Archive | March 4, 2016

Groundhog Day, part the End

Part One: Dreamwidth ~ Live Journal
Part Two: Dreamwidth ~ Live Journal
Part Three: Dreamwidth ~ Livejournal
Part Four: Dreamwidth ~ Livejournal
Part Five: Dreamwidth ~ Livejournal
Part Six: Dreamwidth ~ Livejournal
Part Seven: Dreamwidth ~ LiveJournal
Part Eight: Dreamwidth ~ Live Journal

The guard dog tugged at his leash, but he couldn’t escape. He whined and whimpered, but couldn’t make any other noise. He looked up at his so-called master and whimpered.

The look his master gave him was cold. “Sit. Stay. I’ve got preparations to do.”

Against his will, Nepharn the Dog sat and stayed. Around him, the village prepared for the attack, and here he was, with no way at all to break the defenses and let Gorjarn’s men in.

How had she known?

A skinny teenaged girl patted his head. “Good dog.” He thought the smile she gave him was far too vindictive. “Good dog, doing just what you’re told.

Nepharn the Dog whined. He had a feeling today was going to go very badly for him.

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The Doomsday Room of the Cloverleaf Museum

The Cloverleaf Museum of History had dedicated half a floor of their four-story building to the history of Cloverleaf and the pre-Disaster city it had replaced, Helena. And in that area, they’d dedicated one room to the city’s builder and founder, Cya Red Doomsday.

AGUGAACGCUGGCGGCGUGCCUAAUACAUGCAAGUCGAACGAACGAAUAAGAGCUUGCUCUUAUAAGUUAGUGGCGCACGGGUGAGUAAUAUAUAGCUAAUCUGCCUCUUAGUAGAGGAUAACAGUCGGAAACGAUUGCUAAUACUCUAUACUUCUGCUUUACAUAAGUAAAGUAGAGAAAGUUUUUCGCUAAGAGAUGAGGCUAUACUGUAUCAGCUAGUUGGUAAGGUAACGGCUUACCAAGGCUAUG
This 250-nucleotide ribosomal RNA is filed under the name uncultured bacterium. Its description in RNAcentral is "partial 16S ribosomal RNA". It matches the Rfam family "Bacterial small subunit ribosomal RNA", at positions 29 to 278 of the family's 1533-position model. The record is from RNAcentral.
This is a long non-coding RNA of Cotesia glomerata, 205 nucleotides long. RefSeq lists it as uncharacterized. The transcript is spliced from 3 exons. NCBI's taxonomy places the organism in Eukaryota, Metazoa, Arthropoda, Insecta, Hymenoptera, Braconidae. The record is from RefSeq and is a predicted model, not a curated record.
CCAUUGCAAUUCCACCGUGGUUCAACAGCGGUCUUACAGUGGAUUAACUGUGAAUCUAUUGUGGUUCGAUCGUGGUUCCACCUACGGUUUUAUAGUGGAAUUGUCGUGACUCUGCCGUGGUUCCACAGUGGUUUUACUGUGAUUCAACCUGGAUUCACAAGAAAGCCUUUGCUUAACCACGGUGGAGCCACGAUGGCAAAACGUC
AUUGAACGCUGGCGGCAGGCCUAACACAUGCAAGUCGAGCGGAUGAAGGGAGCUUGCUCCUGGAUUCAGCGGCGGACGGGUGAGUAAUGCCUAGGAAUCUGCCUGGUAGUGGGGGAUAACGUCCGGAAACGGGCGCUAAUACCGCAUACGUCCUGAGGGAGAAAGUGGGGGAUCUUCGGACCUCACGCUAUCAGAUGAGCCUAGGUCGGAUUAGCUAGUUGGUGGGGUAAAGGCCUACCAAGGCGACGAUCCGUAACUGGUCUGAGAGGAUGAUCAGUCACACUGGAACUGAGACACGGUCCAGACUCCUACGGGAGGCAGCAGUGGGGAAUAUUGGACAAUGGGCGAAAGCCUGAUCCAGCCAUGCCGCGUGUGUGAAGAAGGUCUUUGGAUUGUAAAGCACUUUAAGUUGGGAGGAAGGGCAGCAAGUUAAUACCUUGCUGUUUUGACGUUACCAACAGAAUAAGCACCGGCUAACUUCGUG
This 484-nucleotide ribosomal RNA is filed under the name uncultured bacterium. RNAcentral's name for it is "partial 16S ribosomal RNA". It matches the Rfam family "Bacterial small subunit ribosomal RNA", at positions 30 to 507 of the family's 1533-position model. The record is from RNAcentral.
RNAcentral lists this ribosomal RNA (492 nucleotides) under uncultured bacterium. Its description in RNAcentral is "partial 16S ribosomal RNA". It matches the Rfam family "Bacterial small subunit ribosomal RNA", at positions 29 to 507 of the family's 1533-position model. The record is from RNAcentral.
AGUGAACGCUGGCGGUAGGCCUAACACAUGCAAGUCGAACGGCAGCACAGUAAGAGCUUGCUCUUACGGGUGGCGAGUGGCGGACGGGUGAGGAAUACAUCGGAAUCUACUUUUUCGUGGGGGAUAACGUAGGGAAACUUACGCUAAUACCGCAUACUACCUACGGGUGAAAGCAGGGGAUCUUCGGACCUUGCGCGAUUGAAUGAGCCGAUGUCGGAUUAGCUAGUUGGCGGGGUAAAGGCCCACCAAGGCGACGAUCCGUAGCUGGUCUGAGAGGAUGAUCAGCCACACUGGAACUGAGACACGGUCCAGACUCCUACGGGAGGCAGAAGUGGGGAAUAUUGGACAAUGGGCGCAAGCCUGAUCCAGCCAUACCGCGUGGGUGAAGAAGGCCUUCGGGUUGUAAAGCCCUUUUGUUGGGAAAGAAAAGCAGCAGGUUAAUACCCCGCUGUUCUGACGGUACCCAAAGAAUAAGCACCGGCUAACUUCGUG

Tarben had stared at the official portrait for perhaps a little too long. She didn’t look all that different than he remembered her. She’d let her hair go back to brown, except one streak in the distinctive “Cya Red.” She was smiling, the sort of exasperated little smile he remembered well. And she was wearing academic robes, which made her look a little bit distinctive and maybe a few years older.

Few years. Tarben snorted, glad there was nobody else but an aging docent in the room – an aging docent that, if human, was young enough to be his daughter if not his granddaughter. Cya’s kids had been almost ready for Addergoole when she’d Kept Tarben, and that had been quite a long time ago.

He recognized the wooden chest to one side of the portrait; the one she’d built for him had lasted over fifty years, but he’d lost it when he’d had to flee a town a little too quickly. He recognized the replica self-storage unit, too, and had to stifle a laugh. What a way to show Cya’s history!

His eyes stopped on a rack of collars, and his smile vanished. Slowly, Tarben crossed the room, counting rows. Ten rows of ten. She’d gotten a bigger rack somewhere along the way. And…

“Excuse me?” He flagged down the docent. “There’s some collars missing.” His collar was missing.

“Oh, yes.” The docent beamed at him. “When she donated the rack to the museum, Mayor Doomsday held on to some of her favorites.”

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